ESMA's technical advice sets out the minimum information content of documents describing a merger, division or takeover which is necessary for an exemption from the obligation to publish a prospectus. ESMA invites comments on a range of questions on the content of the following sections of such "exempted documents": (i) operative provisions and definitions; (ii) Minimum Information Content Simplified Disclosure Regime for the Issuer; (iii) the Minimum Information Content Securities; (iv) the Minimum Information Content Description and Impact of Takeover, Merger and Division.

    The consultation on the draft technical advice closes on October 5, 2018. ESMA expects to publish its final report on its technical advice in Q1 2019.

    View the consultation.
    TOPIC: Securities
  • European Securities and Markets Authority Seeks Feedback on Proposed Risk Factors Guidelines Under the Prospectus Regulation
    07/13/2018

    The European Securities and Markets Authority has published a consultation paper setting out draft guidelines for national regulators on risk factors under the Prospectus Regulation. ESMA has prepared the draft guidelines following a mandate from the European Commission to assist national regulators in their review of the specificity and materiality of risk factors within prospectuses and of the presentation of risk factors across categories depending on their nature.

    The draft guidelines cover: (i) specificity; (ii) materiality; (iii) corroboration of the materiality and specificity; (iv) presentation of risk factors across categories; (v) focused/concise risk factors; and (vi) risk factors in the summary.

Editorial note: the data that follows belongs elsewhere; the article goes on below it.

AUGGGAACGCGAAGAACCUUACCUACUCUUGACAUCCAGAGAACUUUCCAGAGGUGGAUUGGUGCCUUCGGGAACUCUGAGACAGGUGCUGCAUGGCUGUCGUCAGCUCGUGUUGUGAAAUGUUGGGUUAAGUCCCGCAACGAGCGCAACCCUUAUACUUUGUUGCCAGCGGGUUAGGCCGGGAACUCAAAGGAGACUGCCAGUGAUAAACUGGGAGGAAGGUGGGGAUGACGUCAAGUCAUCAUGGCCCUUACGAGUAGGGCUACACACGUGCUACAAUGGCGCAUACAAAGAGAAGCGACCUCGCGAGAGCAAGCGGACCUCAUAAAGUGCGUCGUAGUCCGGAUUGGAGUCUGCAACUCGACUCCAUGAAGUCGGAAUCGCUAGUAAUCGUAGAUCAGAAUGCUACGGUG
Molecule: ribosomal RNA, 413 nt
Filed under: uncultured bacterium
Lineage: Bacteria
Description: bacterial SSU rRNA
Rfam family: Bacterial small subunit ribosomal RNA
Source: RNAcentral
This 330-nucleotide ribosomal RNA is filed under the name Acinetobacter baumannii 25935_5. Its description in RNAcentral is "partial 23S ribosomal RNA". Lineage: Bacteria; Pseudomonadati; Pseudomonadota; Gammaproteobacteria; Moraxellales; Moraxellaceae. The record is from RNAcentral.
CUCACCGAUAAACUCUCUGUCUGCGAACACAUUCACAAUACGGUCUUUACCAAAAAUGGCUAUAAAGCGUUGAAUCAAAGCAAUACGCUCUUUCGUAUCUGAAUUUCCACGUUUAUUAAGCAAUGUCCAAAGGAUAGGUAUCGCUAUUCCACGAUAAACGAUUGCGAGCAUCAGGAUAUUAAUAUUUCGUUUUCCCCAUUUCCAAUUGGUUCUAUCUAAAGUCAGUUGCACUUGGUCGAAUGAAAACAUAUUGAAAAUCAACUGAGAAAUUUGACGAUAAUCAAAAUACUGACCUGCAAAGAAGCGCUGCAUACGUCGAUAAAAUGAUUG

Comments on the draft guidelines are invited by October 5, 2018.

    View the consultation paper.
    TOPIC: Securities
  • Financial Stability Board Welcomes ISDA Consultation on Fall Backs Risk-Free Rates for Derivatives
    07/12/2018

    The Financial Stability Board has published a statement welcoming the consultation by the International Swaps and Derivatives Association on fall backs based on overnight risk-free rates for certain derivative contracts. The statement has been issued to provide market participants with the FSB's views ahead of the consultation by ISDA. The FSB's view is that overnight RFRs are more robust than interbank or term rates because they are based on active and liquid underlying markets. Overnight RFRs are considered by the FSB to be a better choice than term rates for markets where participants do not need forward-looking term rates. The FSB stated that for those markets where the IBOR may cease, citing the example of LIBOR, a transition to new reference rates will be crucial. The FSB acknowledges the work to reform some IBORS excluding LIBOR. It is therefore unclear whether the FSB has factored in the recently announced changes to LIBOR methodology in making this assessment and reaching these conclusions.

    Read more
  • International Swaps and Derivatives Association Consults on Fall Backs Based on Overnight Risk-Free Rates for Certain Derivatives
    07/12/2018

    The International Swaps and Derivatives Association has launched a consultation in which it proposes to amend its standard documentation to implement fall-backs based on alternative risk-free rates for certain key Interbank Offered Rates - GBP LIBOR, CHF LIBOR, JPY LIBOR, TIBOR, Euroyen TIBOR and BBSW. ISDA states that the back-ups will apply if the relevant IBOR is permanently discontinued, based on defined triggers.

    ISDA is seeking feedback on the approach to address certain technical issues arising from the necessary adjustments that will apply to the RFRs if the fall backs are triggered.

    ISDA intends to consult on the technical issues for these changes for derivatives referencing USD LIBOR, EUR LIBOR and EURIBOR at a later date. It requests preliminary feedback on the technical issues associated with fall-backs for these benchmarks in this consultation.
    Responses to the consultation should be submitted by October 12, 2018. ISDA will determine which approach to adopt based on the feedback and will publish the final approach for review and comment before implementing any changes to the ISDA standard documentation.

    The FSB issued a statement on the same day welcoming ISDA's consultation and encouraging market participants to respond to the proposals.

    View ISDA's consultation.

    View details of the FSB's statement
  • UK Legislation Published to Permit Islamic Bonds to be Traded on More Venues
    07/10/2018